The author’s fieldwork (conducted in 2017) revealed that official and informal practices were intertwined in many state-promoted ideological construction projects. Komsomol-led housing construction (Youth Residential Complexes) brought together the benefits of ‘formal’ architecture (an expertise in large-slab prefabricated construction) with those of ‘informal’ practices of shabashniki. Officially-sanctioned Komsomol construction brigades (stroiotryadi) enabled their participants to employ their skills later in the unofficial sector. This amounted, in the words of some practitioners, to a school for learning ‘how to get things done’ in unofficial or semi-official spheres (Erofeev 2020). Shabashniki operated through a network of informal contacts, in acquiring materials, making use of svyazi (connections) or ‘borrowing’ equipment through the practice of kalym (Otsu and Ramzes 1992: 369-70; Valetov 2010: 260). Often they were able to obtain scarce and high-quality building materials and equipment as the result of secret commercial transactions, otherwise unavailable to state enterprises. Serving as mediators for official enterprises, they facilitated their access to the informal sector. The practice testifies to the fact that the official and unofficial spheres strongly complemented each other in the USSR (Ledeneva 2018: 3).
In construction, shabashnichestvo was an explicitly male practice (Shelly 1990: 16), seen by men as a way to earn money to support their families (Morris 2013: 98). Another particular feature of Soviet brigades was that many participants were highly skilled specialists. One such worker, A. Zolotov, who was also a scientist at a research institute at the time, recalled his brigade in 1985:
There were six of us ... all with higher education, two of them candidates of science, aged between 27 and 33. For five years, we took off to work in the Vologda and Arkhangelsk regions. We were engaged in construction and the overhaul of timber and paneled houses. We over-fulfilled the norms five or six times, working seven days a week for 20 - 25 days in a row. Daily earnings fluctuated over these years from 48 to 73 rubles. Our brigade was typical in my opinion. (Kruglianskaia 1985)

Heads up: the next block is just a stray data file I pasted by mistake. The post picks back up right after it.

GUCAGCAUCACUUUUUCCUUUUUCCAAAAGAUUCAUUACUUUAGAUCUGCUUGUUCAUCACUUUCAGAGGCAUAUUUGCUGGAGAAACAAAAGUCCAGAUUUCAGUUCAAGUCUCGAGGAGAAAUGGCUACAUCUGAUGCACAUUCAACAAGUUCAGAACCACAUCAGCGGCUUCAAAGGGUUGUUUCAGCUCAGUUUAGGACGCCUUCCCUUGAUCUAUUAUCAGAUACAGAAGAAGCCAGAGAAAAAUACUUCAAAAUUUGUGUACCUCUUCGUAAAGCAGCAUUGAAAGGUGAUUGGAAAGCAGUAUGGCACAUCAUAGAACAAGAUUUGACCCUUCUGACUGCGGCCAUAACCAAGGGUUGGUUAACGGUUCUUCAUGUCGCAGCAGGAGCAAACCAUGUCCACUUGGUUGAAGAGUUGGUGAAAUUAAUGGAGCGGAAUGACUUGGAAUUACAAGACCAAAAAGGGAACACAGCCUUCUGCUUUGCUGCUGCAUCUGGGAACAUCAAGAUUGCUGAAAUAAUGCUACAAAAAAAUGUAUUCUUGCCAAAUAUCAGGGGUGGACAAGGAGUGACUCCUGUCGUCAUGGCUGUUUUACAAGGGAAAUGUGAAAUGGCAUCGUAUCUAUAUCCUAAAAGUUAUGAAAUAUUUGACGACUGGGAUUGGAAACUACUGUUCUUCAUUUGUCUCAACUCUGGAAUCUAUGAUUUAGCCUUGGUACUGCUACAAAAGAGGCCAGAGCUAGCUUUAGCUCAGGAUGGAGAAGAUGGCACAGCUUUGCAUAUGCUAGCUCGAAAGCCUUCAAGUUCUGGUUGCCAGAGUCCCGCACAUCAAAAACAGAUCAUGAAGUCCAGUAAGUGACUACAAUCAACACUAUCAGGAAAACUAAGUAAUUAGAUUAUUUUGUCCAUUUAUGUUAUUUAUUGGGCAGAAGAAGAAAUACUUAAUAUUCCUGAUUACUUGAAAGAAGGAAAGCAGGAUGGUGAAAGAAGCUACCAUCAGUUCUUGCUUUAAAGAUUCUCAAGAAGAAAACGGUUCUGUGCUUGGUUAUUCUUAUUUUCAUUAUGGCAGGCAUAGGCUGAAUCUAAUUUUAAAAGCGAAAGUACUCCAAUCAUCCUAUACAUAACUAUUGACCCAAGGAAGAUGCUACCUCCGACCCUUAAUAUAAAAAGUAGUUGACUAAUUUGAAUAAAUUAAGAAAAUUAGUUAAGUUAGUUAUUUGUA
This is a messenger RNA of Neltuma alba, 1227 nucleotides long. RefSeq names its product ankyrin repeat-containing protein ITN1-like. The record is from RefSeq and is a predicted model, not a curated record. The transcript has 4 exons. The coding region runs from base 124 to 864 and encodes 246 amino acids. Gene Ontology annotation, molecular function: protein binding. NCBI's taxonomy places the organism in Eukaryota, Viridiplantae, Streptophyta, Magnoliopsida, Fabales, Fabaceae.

According to the memoirs of other practitioners, unofficial salaries could exceed the ‘normative’ wage by as much as 18 times (Valetov 2010: 259). Shabashniki were often criticised for receiving high wages and other ‘anti-socialist’ benefits seen as contradicting Marxist morality. Although performing services required for the official economy, they were frequently fined for violating passport regulations and prosecuted for ‘private entrepreneurial activity’ (Shelly 1990: 16-17). Directors of the enterprises who hired shabashki often took the risk of a ‘suspended punishment’ (Ledeneva 2006: 13). They could easily be prosecuted due to some law violation, and the punishment could be enforced at any time (Otsu and Ramzes 1992: 364-65). Yet in spite of that, the Soviet authorities often showed a more benevolent attitude towards shabashniki than toward others engaged in the unofficial economy, such as black-market dealers or illegal land ‘grabbers’ (Arnot 1988: 369, also see samozakhvat). In other cases, Soviet economists suggested that shabashniki should even be encouraged as highly skilled and enterprising workers (O'Hearn 1980: 225). Legislation on individual labour activity enacted in 1986 attempted to legalise the practice of shabashnichestvo, yet never fully did so (Valetov 2008: 220). Shabashniki also appeared in popular culture; they were depicted in several films including ‘Let's Meet at the Fountain’ (dir. Oleg Nikolaevskii, 1976), ‘Cat in a Bag’ (dir. Georgii Shchukin, 1978) and ‘Love and Doves’ (dir. Vladimir Menʹshov, 1984).
Since the collapse of the USSR in 1991, some people with previous experience as shabashniki moved into profitable business as the scale of construction projects increased. By 2015, as much as 24 percent of Russian billionaires made their wealth in the emergent post-Soviet real estate and construction sectors (Treisman 2016: 240). Continuities of Soviet informal practices could also be seen in contemporary Russian labour market. Employment of moonlighting brigades in an informal sector is widespread in Russia today, it similarly involves labour migration from former Soviet republics in form of gastarbaitery and chelnoki (Lazareva 2015). These practices testify to the intricacy between the official, semi- and un-official spheres, their co-dependency and symbiotic relationship in contemporary Russia, when authorities tend to restrict legal migration (i.e. do not give the residence and labour rights) and yet are dependent on the presence of informal migrant labour.